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Insufficient Power on my Load

Discussion in 'Power Electronics' started by DarkArrow29, Sep 22, 2018.

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  1. DarkArrow29


    Sep 22, 2018
    Hi! I have this simple circuit that activates a load, whenever the switch is pressed (shorted). When the switch is released from being pressed, the load will power down slowly. I have already put this up on a breadboard. When the load is an LED, it works! But the actual load that I will use is a 2W MP3 Decoder. The load only receives 17.4 mW (based on my schematic diagram below) but before reaching the LM317, the power is 4.11 W. How can I make the load receive at least 2W. Please help! Thank you!

  2. kellys_eye


    Jun 25, 2010
    The load itself determines how much power is drawn - you can't 'force' power into a load.

    When you state a '2W MP3 decoder' what is the actual stated current consumption? Is the '2W' derived from the audio output specification?
  3. Ylli


    Jun 19, 2018
    Posted on at least 3 forums...

    Someone might give you a circuit that would actually work, but what you really need to do is go back and learn how transistors work and the proper way to apply them to a given circuit.

    In this case, closing the switch will immediately blow the b-e junction of the NPN transistor. Even if it didn't and just turn the NPN on, the following PNP is improperly bias to generate any current from the emitter. It most likely would fail with a blown c-b junction.
  4. duke37


    Jan 9, 2011
    I do not see 4W anywhere.
    U1 is a regulator giving a constant voltage output so long as the input voltage is a couple of voltage above the output. You can calculate the output voltage since there will be 1.25V across R5. There will be negligible current going into the ADJ pin.

    There is no positive current to the base of Q4 so no output current. Perhaps Q2 collector is biased the wrong way to supply some base current for Q6.
    Ah, I see that the BC558 is pnp so you have fitted it upside down.
  5. (*steve*)

    (*steve*) ¡sǝpodᴉʇuɐ ǝɥʇ ɹɐǝɥd Moderator

    Jan 21, 2010
    Excellent, then it will be a race to see which transistor fails first.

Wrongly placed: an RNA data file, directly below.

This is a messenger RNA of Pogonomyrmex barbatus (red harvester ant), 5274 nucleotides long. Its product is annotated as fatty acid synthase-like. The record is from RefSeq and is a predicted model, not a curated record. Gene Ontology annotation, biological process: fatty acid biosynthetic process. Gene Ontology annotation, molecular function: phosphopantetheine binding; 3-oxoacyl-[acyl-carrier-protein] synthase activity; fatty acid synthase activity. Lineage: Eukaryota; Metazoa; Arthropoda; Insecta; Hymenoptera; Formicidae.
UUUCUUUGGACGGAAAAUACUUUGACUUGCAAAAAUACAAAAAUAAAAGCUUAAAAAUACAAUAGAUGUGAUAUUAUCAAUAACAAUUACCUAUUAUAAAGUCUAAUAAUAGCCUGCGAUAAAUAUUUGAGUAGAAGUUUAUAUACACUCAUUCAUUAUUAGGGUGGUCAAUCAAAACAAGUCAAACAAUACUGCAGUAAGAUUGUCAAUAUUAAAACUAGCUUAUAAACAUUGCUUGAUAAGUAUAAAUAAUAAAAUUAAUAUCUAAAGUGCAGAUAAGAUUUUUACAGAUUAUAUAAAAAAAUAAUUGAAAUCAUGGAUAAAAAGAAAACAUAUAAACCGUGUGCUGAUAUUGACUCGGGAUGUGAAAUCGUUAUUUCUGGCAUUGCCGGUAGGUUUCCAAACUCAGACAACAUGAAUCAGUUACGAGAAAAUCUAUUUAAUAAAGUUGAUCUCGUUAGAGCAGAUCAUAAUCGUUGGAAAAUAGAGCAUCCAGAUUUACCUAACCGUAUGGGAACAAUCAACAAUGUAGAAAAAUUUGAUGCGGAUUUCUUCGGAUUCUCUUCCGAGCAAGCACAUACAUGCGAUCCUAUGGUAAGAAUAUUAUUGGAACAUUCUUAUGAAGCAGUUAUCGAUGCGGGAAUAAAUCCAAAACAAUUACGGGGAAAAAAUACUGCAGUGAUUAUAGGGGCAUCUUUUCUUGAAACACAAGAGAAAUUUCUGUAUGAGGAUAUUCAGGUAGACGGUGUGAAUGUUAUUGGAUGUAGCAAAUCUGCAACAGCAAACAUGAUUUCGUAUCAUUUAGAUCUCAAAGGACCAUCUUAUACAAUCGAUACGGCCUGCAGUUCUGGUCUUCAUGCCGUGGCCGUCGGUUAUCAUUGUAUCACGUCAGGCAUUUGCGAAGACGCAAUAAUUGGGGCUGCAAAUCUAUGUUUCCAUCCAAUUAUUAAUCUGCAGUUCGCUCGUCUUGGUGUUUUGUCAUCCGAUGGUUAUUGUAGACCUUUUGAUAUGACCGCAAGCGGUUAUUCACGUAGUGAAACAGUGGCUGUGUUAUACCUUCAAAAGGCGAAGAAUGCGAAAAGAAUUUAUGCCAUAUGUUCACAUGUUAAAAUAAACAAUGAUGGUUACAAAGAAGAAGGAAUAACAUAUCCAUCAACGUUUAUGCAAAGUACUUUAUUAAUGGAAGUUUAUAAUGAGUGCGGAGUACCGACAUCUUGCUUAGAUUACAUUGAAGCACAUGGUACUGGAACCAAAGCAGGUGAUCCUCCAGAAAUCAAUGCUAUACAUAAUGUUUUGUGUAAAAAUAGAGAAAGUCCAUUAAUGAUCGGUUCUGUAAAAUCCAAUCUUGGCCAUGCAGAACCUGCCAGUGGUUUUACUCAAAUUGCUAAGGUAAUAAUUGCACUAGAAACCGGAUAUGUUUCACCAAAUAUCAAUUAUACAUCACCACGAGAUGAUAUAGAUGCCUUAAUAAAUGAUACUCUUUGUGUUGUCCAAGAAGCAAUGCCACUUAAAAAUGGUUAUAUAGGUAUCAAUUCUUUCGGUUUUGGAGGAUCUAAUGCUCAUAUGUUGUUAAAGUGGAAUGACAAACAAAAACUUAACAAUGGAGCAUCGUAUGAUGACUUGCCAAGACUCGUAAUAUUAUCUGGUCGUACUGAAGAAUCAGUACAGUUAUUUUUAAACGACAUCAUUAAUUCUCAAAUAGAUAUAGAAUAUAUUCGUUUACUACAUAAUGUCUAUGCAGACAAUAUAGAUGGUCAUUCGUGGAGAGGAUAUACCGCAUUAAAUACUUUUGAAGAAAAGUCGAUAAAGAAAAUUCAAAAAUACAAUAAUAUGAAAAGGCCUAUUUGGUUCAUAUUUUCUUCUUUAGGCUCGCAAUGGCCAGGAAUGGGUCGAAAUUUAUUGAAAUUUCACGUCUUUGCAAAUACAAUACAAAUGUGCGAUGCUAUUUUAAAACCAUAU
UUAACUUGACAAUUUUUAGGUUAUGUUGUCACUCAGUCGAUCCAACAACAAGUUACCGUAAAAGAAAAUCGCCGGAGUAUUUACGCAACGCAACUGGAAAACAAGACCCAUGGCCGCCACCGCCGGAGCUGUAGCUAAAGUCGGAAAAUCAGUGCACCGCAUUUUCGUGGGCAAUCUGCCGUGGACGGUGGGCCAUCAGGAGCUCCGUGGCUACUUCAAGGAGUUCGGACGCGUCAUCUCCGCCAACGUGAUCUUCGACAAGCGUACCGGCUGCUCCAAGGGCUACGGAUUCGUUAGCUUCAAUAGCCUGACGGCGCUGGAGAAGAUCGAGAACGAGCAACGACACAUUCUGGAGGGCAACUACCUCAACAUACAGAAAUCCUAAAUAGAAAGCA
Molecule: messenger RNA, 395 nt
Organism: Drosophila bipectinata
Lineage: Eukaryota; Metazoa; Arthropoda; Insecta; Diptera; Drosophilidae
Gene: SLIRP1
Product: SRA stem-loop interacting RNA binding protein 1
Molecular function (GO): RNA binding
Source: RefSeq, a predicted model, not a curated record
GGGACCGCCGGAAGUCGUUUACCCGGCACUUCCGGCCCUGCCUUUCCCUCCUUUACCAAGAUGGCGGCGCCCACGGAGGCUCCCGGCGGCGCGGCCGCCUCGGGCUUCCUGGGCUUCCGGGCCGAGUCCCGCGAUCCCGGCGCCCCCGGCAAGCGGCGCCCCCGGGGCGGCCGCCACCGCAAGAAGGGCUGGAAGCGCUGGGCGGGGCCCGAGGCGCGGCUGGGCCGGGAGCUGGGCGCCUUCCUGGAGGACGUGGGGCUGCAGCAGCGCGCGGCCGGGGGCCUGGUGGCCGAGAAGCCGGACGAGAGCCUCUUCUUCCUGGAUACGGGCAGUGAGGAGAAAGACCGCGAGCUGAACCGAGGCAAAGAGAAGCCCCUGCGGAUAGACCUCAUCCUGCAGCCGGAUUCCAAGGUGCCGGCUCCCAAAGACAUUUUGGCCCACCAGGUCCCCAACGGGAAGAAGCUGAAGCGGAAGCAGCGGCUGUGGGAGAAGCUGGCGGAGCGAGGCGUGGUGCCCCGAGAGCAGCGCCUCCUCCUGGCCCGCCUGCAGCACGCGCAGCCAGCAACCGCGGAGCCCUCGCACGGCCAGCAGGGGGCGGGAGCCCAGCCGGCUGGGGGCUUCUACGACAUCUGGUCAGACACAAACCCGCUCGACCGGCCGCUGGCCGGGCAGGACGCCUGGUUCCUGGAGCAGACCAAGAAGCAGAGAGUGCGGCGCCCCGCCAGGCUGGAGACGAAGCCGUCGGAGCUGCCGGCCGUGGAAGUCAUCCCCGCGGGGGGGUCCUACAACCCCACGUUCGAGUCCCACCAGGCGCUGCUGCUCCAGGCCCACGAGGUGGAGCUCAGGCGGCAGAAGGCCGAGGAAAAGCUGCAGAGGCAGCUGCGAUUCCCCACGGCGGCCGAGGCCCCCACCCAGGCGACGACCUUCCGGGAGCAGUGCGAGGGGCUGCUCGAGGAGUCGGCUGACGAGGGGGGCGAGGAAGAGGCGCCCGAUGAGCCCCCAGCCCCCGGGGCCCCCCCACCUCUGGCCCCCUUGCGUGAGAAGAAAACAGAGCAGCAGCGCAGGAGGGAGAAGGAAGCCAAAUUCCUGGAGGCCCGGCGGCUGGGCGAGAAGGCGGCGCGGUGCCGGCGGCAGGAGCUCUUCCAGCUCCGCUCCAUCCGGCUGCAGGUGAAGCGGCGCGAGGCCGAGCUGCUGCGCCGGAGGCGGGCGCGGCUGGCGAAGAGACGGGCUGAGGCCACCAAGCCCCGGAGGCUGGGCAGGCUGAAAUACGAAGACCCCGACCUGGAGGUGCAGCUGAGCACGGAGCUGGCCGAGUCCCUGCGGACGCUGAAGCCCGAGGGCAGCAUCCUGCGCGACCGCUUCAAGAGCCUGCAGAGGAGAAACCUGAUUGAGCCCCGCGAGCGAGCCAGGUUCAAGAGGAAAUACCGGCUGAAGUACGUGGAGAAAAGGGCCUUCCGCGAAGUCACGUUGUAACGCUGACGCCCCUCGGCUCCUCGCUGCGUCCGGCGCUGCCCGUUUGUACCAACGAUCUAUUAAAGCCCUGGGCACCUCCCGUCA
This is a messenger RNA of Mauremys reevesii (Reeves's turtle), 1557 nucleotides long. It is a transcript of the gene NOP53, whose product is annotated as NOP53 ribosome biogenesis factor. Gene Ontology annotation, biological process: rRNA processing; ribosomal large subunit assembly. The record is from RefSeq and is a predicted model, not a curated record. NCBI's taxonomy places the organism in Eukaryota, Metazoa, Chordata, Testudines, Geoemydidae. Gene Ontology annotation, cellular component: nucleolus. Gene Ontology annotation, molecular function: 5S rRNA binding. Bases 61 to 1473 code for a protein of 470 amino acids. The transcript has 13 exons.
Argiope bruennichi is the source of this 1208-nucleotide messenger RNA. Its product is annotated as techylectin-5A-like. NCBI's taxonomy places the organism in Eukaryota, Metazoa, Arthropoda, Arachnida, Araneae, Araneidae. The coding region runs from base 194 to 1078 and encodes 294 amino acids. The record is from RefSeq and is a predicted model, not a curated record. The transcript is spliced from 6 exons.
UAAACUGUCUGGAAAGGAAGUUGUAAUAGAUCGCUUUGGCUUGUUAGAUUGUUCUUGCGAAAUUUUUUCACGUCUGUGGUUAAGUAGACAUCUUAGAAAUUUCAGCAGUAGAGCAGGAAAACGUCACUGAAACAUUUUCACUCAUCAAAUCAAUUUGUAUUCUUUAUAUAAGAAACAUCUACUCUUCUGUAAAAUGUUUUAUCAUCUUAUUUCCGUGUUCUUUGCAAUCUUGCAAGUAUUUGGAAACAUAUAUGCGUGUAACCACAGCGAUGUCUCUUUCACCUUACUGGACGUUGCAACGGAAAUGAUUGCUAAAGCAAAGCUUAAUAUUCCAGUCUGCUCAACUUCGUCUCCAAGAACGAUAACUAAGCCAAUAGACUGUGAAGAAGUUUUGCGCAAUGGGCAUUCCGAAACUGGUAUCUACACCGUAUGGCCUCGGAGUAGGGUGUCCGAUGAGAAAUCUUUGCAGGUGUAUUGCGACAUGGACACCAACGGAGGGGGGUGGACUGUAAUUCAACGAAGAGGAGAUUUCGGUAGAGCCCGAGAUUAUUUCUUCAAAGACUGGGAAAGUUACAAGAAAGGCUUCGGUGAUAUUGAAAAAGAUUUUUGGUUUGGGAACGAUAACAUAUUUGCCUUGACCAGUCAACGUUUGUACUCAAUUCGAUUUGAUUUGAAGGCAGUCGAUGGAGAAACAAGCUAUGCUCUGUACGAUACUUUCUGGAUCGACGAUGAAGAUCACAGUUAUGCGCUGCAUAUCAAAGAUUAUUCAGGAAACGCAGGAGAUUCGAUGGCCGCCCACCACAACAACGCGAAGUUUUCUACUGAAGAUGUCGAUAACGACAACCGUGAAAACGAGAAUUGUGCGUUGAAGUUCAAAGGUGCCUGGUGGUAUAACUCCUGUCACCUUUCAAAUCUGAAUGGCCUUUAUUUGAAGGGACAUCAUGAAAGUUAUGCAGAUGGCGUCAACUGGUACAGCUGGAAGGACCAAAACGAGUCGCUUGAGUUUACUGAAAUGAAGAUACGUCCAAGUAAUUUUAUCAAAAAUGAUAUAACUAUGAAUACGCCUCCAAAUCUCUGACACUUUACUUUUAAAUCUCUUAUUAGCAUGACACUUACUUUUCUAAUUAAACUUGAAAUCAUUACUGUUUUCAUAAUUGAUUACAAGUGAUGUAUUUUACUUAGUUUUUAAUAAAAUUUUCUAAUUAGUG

Even in the current configuration both transistor are at mortal risk, but the BC558 has a somewhat unfair head start if the switch is open.

    Why not remove all the transistors and put the switch in series with the regulator?
  6. davenn

    davenn Moderator

    Sep 5, 2009

    none of which make any sense ! ….

    eg the yellow text box that points up to the V position

    Vrms = 1.34 kV ??/ What The ...? rms refers to an AC voltage
    Vfreq = 15.4 kHz ??? again What The ...?

    I don't know how you got that info but it isn't correct ..

    @Ylli gave good advice
  7. DarkArrow29


    Sep 22, 2018
    Just made a big change, sorry for ignorant use of devices. So my new simulation makes the LED light up at 4.17V. If I will replace the LED with an MP3 Decoder Module with 2W and 3.7 to 5V requirement, how can this circuit activate the said module? See attached file.

    Forgot to explain the 'switch'. So the 'switch' is composed of a bolt and a nut on which when bridged by a finger, the "switch" closes.

    Attached Files:

  8. Bluejets


    Oct 5, 2014
    Knew there was a nut in there some where.........o_O
    davenn likes this.
  9. (*steve*)

    (*steve*) ¡sǝpodᴉʇuɐ ǝɥʇ ɹɐǝɥd Moderator

    Jan 21, 2010
    As mentioned previously the emitter and collector of Q3 are drawn back to front

    Once you fix that you will need a resistor in series with the base of Q3 or it will likely expire the first time you use the circuit.
  10. duke37


    Jan 9, 2011
    R2 and R3 are connected in series, one resistor can do the job.
    davenn likes this.
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